In this week’s roundup of federal IT news we explore the various balancing acts that CIOs need to maintain as they seek to empower agency workers to deliver on the mission more quickly and efficiently at the same time as prioritizing security and being mindful of privacy concerns. Here’s a look at how three agencies are approaching some complex mission-critical activities.
Department of Homeland Security Looks to Balance the Benefits of CDM with the Agency Workers’ Right to Privacy
The latest phase of the Department of Homeland Security’s Continuous Diagnostics and Mitigation program will necessitate the collection of small amounts of personally identifiable information (PII) in order to collect data about “an individual’s suitability and validity dates, clearance levels and validity dates, and training levels and completion dates.” The information is only available at the department-level rather than held by DHS, meaning that the impact on personal privacy is limited according to the mandatory privacy impact survey. This data is vital to the second phase of the CDM program which seeks to ensure that credentials and access privileges “are properly created and maintained, and that appropriate security training is occurring.”
Given both insider threats and fears of security fatigue is this the right approach? You can read more about phase 2 of DHS’s CDM program here and share your thoughts on the balance between privacy and security with us on Twitter.
Department of Defense Launches Public Vulnerability Disclosure Program
In a surprising move the Department of Defense (DoD) will be launching its own bug bounty program. Officially called a Public Vulnerability Disclosure Program, the idea was “spurred from a cultural change within the DoD after the success of Hack the Pentagon” which was held earlier this year. The program will involve the creation of a process for people to report security vulnerabilities to be shared with citizens, and fixed” according to a recent article in MeriTalk.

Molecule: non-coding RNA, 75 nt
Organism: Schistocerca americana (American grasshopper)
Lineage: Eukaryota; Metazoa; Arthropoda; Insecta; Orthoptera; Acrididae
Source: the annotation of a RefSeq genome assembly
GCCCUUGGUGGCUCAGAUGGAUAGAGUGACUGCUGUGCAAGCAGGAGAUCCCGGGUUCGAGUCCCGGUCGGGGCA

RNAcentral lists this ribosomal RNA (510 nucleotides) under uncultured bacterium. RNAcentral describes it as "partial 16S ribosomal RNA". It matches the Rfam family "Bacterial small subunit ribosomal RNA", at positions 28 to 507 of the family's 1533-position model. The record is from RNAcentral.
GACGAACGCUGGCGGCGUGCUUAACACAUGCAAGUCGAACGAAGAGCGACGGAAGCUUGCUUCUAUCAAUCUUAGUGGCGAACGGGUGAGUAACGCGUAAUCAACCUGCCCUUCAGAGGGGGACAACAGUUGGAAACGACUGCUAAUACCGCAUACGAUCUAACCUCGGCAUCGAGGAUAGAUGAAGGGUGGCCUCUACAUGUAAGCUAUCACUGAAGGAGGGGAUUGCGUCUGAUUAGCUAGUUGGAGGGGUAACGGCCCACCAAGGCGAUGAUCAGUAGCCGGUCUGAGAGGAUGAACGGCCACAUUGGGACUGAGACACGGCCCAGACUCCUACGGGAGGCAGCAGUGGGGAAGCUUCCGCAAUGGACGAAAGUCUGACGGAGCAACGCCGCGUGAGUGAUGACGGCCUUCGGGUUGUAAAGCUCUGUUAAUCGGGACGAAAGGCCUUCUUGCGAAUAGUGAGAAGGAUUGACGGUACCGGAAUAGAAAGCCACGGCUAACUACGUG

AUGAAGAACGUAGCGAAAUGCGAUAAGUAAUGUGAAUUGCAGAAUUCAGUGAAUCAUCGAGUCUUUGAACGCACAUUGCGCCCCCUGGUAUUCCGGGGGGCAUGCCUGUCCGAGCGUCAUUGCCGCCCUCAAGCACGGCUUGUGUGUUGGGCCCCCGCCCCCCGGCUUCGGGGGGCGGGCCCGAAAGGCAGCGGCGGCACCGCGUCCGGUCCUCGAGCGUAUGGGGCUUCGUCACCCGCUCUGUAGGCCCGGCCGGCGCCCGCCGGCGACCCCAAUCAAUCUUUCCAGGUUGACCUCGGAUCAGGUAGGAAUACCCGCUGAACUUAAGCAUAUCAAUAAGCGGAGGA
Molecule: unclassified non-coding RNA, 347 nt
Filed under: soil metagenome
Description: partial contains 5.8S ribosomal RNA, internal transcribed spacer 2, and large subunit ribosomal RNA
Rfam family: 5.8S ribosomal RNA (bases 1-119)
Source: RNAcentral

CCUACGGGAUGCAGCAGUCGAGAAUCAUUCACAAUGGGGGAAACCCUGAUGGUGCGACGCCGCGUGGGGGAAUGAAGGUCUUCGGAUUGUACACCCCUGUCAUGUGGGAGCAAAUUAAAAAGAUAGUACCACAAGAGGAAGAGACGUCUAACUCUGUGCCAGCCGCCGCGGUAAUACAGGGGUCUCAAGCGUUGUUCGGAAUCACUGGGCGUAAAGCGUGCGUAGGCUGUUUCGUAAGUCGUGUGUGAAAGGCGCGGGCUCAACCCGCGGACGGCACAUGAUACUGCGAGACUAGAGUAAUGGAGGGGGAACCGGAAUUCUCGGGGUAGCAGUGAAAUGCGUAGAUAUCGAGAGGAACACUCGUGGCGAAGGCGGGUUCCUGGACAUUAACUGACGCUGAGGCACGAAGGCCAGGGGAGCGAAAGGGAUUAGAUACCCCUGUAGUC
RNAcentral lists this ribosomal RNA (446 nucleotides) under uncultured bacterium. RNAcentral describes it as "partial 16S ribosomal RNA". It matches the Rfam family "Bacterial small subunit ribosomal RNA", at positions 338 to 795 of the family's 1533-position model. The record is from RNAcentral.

By upending the traditional privacy, if not secrecy around these issues, the Department of Defense is enabling security vulnerabilities to be fixed in a more timely manner and boosting the country’s overall cyber defense posture.
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White House Explores Open Source Tools to Meet Citizens Where They Are
There’s no doubt that the Obama Administration has embraced technology to engage with citizens, make government more tangible, accessible, and impactful. In August President Obama answered his first Facebook message and this was just the first step in a revolutionary plan to change the way the White House connects with citizens.
To this end, Jason Goldman, Chief Digital Officer of the White House, announced this week that they are “we are open-sourcing a Drupal module, complete with easy steps and boiler plate code. This will enable Drupal 8 developers to quickly launch a Facebook Messenger bot. We also left a few lines in the repository describing our hopes for the future of the code and encouraging members of the developer community to get involved.”
He also noted that “[w]hile Drupal may not be the platform others would immediately consider for building a bot, this new White House module will allow non-developers to create bot interactions (with customized language and workflows), and empower other governments and agencies who already use Drupal to power their digital experiences.”
Interested in learning more? You can find the full story here.